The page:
Nobody punched a Nazi but Seattle City Council member and the daughter of a family of immigrants Lorena González vowed Wednesday to help lead her city to push back on President Donald Trump’s executive order on immigration.
“We will fight,” González said Wednesday afternoon on the steps of Seattle’s City Hall.
Earlier in the day, Trump unleashed the new executive order setting the groundwork for his pet Mexican border wall project and for cutting federal grants to so-called sanctuary cities, his latest blast in a first week in office marked by preliminary attacks on undocumented immigrants, civil rights, women’s health, the Affordable Care Act, and the environment.
Mayor Ed Murray Wednesday called the order the “darkest day of immigration history in America” since the Japanese internment during World War II.
“The executive orders are counter to our constitution and a threat to this city’s values,” Murray said. Continue reading
(Image: King County)
You likely won’t see one regularly crossing Capitol Hill until 2020 but King County Metro is accelerating its efforts to reduce emissions and become a carbon neutral system with a $90 million-plus plan to add more than 100 battery-only electric buses to its fleet.
“This puts us in on the forefront of innovation and technology,” King County Council member Rod Dembowski said. “We were innovators in wheelchair lifts. We were innovators in hybrid electric. Transit agencies look to us for what they’re going to adopt.”
“We are signaling that is is proven technology,” the county District 1 rep tells CHS. Continue reading
With highs in the 30s, Seattle’s La Nina January has started the year off with a chill. But the sharpest cold has also coincided with sunny, clear days. That’s good news for Capitol Hill living building the Bullitt Center where the solar arrays have been collecting about 43% of the office building’s energy needs from the sky.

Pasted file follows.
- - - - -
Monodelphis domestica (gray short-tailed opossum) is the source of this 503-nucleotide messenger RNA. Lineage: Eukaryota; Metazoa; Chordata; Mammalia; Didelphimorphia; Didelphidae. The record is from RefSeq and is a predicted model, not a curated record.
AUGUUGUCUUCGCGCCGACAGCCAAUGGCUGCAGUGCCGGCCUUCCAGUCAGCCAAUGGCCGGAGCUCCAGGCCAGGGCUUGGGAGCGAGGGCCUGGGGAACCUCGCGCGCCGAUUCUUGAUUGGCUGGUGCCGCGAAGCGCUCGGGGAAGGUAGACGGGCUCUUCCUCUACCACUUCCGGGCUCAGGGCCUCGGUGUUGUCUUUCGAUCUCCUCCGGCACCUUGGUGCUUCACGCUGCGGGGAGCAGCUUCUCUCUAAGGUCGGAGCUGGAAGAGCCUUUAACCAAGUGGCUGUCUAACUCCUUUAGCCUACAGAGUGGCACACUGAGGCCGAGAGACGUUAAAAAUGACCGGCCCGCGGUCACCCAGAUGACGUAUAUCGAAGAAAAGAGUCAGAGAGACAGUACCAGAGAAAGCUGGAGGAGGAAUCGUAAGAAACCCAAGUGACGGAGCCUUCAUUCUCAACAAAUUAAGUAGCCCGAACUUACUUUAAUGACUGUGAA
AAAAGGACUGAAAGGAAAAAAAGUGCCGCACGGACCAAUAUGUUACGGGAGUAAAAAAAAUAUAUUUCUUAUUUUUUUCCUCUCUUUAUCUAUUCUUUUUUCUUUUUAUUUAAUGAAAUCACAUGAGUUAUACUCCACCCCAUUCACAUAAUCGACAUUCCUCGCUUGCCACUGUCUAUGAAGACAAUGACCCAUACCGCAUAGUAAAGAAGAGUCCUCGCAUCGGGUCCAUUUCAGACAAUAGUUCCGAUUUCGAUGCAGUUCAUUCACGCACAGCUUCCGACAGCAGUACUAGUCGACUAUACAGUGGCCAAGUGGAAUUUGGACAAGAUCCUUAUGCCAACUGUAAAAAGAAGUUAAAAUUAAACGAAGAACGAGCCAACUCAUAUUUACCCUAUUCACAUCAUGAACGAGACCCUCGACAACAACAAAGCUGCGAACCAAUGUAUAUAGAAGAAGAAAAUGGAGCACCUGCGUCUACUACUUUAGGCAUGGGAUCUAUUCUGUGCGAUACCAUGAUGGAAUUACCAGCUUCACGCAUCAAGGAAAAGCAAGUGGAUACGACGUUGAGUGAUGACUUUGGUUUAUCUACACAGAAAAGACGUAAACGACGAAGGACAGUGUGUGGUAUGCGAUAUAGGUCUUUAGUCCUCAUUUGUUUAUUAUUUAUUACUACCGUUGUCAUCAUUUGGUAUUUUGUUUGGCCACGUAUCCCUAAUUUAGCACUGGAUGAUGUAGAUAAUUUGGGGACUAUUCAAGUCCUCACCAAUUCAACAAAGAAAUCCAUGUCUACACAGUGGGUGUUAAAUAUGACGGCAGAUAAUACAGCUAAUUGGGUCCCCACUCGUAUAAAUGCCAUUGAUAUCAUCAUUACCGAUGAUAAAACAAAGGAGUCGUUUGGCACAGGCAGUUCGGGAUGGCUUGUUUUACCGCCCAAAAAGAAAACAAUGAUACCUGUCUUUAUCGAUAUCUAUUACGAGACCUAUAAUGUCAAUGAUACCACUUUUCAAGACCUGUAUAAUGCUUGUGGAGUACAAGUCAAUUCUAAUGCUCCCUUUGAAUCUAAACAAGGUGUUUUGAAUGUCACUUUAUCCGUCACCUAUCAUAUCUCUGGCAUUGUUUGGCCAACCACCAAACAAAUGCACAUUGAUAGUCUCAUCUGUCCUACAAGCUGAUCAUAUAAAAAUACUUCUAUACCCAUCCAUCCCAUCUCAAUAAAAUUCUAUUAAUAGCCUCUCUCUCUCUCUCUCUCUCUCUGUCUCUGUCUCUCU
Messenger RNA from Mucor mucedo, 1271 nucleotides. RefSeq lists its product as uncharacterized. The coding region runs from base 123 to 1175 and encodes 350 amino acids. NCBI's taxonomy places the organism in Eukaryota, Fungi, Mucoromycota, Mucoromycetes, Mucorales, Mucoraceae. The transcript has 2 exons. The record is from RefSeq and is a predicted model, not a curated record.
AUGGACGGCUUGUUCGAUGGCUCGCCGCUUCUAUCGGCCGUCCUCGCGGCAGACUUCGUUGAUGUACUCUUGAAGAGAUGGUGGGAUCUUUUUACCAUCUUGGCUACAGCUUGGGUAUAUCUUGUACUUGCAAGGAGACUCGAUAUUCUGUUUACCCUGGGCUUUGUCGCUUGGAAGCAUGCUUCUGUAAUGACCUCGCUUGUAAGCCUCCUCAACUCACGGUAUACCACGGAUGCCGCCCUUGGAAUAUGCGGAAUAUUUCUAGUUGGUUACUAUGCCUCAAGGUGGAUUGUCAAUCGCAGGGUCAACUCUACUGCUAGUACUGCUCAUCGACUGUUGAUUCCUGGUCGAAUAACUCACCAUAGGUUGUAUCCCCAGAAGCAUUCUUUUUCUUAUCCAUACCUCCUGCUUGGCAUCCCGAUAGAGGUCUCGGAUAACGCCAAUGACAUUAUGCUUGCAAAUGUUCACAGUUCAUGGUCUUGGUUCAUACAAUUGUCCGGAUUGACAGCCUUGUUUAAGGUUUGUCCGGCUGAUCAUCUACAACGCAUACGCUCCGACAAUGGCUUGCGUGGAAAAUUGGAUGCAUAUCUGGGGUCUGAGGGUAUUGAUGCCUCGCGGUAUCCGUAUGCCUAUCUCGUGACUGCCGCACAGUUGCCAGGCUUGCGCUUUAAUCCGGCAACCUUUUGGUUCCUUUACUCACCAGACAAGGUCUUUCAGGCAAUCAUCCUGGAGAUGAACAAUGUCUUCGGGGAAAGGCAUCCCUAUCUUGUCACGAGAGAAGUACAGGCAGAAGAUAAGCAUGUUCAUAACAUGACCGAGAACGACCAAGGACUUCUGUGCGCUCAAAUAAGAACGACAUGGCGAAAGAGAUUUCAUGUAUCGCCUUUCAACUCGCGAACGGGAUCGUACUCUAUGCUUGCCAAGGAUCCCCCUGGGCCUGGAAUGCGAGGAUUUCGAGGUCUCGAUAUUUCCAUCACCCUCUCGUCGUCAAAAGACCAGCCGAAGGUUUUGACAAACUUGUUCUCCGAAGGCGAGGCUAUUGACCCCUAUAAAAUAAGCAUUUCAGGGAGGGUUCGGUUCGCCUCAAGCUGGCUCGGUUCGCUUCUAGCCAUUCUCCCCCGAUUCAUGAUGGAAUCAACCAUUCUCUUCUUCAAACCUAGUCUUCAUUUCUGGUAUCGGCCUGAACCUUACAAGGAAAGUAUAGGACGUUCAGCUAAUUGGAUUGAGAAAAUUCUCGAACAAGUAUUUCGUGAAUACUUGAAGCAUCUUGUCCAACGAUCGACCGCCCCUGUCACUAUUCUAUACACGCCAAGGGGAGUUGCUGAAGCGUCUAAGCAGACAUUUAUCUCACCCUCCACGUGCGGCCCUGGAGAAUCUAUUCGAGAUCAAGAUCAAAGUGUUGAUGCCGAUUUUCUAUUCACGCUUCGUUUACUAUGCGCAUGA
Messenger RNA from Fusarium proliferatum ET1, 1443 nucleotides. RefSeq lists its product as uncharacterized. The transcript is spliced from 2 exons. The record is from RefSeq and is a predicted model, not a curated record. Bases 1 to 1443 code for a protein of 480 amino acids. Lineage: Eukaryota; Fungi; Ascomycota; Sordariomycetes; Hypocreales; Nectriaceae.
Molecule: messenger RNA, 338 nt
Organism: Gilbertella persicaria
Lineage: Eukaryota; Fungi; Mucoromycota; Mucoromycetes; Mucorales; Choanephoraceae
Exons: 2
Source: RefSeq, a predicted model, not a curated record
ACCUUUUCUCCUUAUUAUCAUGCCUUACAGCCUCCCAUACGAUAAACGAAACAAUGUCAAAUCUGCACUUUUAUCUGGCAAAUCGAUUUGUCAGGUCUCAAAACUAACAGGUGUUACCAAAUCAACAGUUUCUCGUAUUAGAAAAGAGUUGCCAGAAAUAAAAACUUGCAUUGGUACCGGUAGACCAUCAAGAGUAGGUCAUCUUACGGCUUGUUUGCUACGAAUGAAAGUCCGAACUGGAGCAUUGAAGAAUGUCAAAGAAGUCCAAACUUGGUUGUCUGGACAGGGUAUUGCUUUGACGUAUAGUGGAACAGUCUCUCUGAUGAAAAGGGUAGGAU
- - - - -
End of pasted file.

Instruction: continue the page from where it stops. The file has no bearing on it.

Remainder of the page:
The solar powered start to 2017 continues a trend. In 2016, the building generated more power than it used:
The Bullitt Center opened at 15th and Madison in 2013 and is still considered one of the greenest office buildings in the world. In October, CHS reported on efforts to kickstart the city’s Living Building incentive program to encourage more projects like the Bullitt. Capitol Hill is also home to 10th Ave E’s Bertschi School and its Living Science Building. Meanwhile, the next big green project on the horizon on Capitol Hill is slated to rise at 13th and Pike where plans are moving forward for Seattle’s first Passive House-certified mixed-use project.
Wednesday night’s session of the East Design Review Board includes what could be the final session before construction can begin on the Liberty Bank Building, a project that many hope can be a model for inclusive development in the Central District. Another trailblazing project — this one at 13th and Pike — could also pass through its final review Wednesday night.
Design review: 1300 E Pike
The project hoped to become Seattle’s first Passive House-certified mixed-use project will come to the board with developers Maria Barrientos and Cascade Built teaming up with architects Weber Thompson to take another crack at approval after falling just short in September. Continue reading